A Bit More Detail

Assorted Personal Notations, Essays, and Other Jottings

Archive for May 2009

[VIDEO] Dufferin Street, from Bloor Street down to Queen Street West

This is a six-minute video, taken from the window of a TTC bus, of the west side of Dufferin Street, from the Dufferin subway station on Bloor Street down to Queen Street West in Parkdale.

Written by Randy McDonald

May 31, 2009 at 8:42 pm

[FORUM] Where do you get your news from?

Earlier this week, a commenter on my post about the Chicago conservative talk show host who got waterboarded and realized it was actually torture was surprised to learn that this wasn’t a story of note in Canada. The Canadian and American media environments do tend to cover different subjects, then, at least to some extent, and even if someone like me pays attention to the news it’s still fairly easy to miss something.

Where do I get my news from? I use my RSS newsreader to read various news sites–Toronto’s Globe and Mail and Star, the CBC, the New York Times and the Times of London–in addition to visiting the websites of these papers, especially the Toronto ones. I frequently use Canada’s Google News aggregator for targeted keyword searches, sometimes doing the same at Google News’ various Francophone aggregators. I also get a fair amount of my news from the blogosphere, whether on Livejournal, the wider non-Livejournal blogosphere, even Facebook.

Where do you get your news from? Are there particular news sites that you like to visit, any methods that I haven’t mentioned above that you use–straightforward Google or Yahoo searches, say?–anything else that I haven’t thought of?

Written by Randy McDonald

May 30, 2009 at 12:34 pm

[LINK] Some Saturday lnks

It’s Saturday, yes, but I’ve been busy and I’m here and you’re here, so here we go again.

  • blogTO’s Christopher Reynolds points to a new Korean neighbourhood in Toronto at Yonge and Finch, apparently known as “North Korea” due to its northerly location as opposed to Koreatown (“South Korea”) at Bloor and Christie.
  • The Bloor-Lansdowne Blog has a picture of a basketball game in Dufferin Grove park, one of the several Toronto parks with very heavy communtiy involvement.
  • Crooked Timber suggests that convergent US and EU unemployment rates show that labour flexibility laws don’t really mean that much in regards to unemployment levels generally. Thoughts?.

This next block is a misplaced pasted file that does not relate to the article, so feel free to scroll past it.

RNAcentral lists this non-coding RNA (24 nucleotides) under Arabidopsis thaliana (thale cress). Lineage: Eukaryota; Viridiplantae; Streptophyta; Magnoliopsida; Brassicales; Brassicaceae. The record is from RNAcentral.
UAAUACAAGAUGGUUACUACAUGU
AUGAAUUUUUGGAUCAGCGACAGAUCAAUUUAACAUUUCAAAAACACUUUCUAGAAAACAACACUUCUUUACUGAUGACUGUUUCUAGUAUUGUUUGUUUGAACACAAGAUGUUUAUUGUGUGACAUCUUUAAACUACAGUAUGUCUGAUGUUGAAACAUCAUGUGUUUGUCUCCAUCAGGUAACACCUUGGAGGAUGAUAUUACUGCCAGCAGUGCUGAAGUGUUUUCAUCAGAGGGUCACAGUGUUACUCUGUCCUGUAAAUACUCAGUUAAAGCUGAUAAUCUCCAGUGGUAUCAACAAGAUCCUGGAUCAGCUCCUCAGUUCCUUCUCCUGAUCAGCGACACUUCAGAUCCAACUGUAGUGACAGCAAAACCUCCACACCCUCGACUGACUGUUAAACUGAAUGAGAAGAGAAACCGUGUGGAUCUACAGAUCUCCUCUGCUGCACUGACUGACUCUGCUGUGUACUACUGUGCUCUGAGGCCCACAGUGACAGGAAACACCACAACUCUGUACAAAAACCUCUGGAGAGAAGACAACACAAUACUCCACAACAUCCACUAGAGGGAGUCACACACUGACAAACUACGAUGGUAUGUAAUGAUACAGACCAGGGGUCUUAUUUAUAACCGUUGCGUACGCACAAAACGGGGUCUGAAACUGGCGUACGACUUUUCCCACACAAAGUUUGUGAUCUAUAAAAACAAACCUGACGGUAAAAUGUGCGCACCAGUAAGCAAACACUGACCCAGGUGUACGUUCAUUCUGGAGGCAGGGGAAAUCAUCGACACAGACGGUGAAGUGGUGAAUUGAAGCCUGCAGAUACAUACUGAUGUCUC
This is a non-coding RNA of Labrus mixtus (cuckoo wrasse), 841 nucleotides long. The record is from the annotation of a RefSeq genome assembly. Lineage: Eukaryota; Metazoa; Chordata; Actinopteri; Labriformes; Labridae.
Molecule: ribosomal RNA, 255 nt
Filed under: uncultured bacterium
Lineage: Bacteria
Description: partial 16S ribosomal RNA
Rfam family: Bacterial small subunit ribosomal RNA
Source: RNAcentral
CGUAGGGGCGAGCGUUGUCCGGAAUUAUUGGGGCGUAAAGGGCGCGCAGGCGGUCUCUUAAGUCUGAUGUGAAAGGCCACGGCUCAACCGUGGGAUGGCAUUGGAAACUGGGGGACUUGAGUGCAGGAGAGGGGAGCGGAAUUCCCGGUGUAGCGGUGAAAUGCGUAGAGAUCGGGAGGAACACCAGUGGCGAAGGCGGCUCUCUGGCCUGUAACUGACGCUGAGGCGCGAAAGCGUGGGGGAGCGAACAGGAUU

• The Invisible College’s Richard Normam writes about the scale of the economic collapse in Zimbabwe, as witnessed from Harare.
  • Lawyers, Guns and Money’s Robert Farley blogs about China’s apparent willingness to copy, without any credit at all, Russian military technology (here, carrier-based fighters).
  • Normblog reacts to the recent conviction in Montréal of Rwandan Désiré Munyaneza for crimes against humanity comitted during the Rwandan genocide, and its relationship to the principle of universal jurisdiction.
  • According to Noel Maurer at The Power and the Money, Brazil is considering building a high-speed rail link between Rio de Janeiro and São Paulo. The economics might well work here, at least.
  • Spacing Toronto’s Jake Schabas blogs about the forgotten hamlet of Elmbank, a Toronto suburban community obliterated by industrial expansion.
  • Window on Eurasia reports that some Abkhazians are afraid of being absorbed by their Russian sponsor.

Written by Randy McDonald

May 30, 2009 at 9:08 am

[LINK] “Metropass Opens More Doors”

This news item certainly goes a long way to justify my monthly purchase of a Metropass, a swipe card allowing me unlimited travel on the entire TTC network.

It used to be that a Metropass would only get you as far as the front door of Toronto’s hot spots.

But starting this summer, your transit pass also will get you past the door — for a reduced price — at five of the city’s top tourist destinations. The first phase of a new affinity program at the TTC means Metropass holders will get a 20 per cent discount at the Toronto Zoo, Ontario Place, the CN Tower, the Ontario Science Centre and Casa Loma.

The program ties into Tourism Toronto’s Stay-cation theme, in which recession-ridden residents are being encouraged to enjoy local attractions.

“It’s a good thing for our customers. It provides a value-add. Metropass customers are our most loyal by purchasing a monthly pass, so it’s a nice little extra for them,” said TTC chief marketing officer Alice Smith.

The program isn’t expected to cost the TTC anything other than promotions on the system.

“The attractions are offering a discount on admission but hopefully they would make it up in terms of volume,” said Smith.

Written by Randy McDonald

May 28, 2009 at 11:36 am

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[PHOTO] El Convento Rico, 750 College Street

El Convento Rico, 750 College Street
Originally uploaded by rfmcdpei

This unremarkable entryway at 750 College Street in Little Italy leads to El Convento Rico, one of the more notable gay clubs in Toronto and certainly one of the very few Latin-themed gay bars.

In the heart of trendy College St there stands a legend of sorts, El Convento Rico, for many years the bar was a safe haven for gay, lesbian or any other person who would be persecuted for being different. Nowadays the club prides itself on being “the most mixed bar in Toronto” gay or straight and from any walk of life, they can be found here, this is a place that has to be experienced at least once.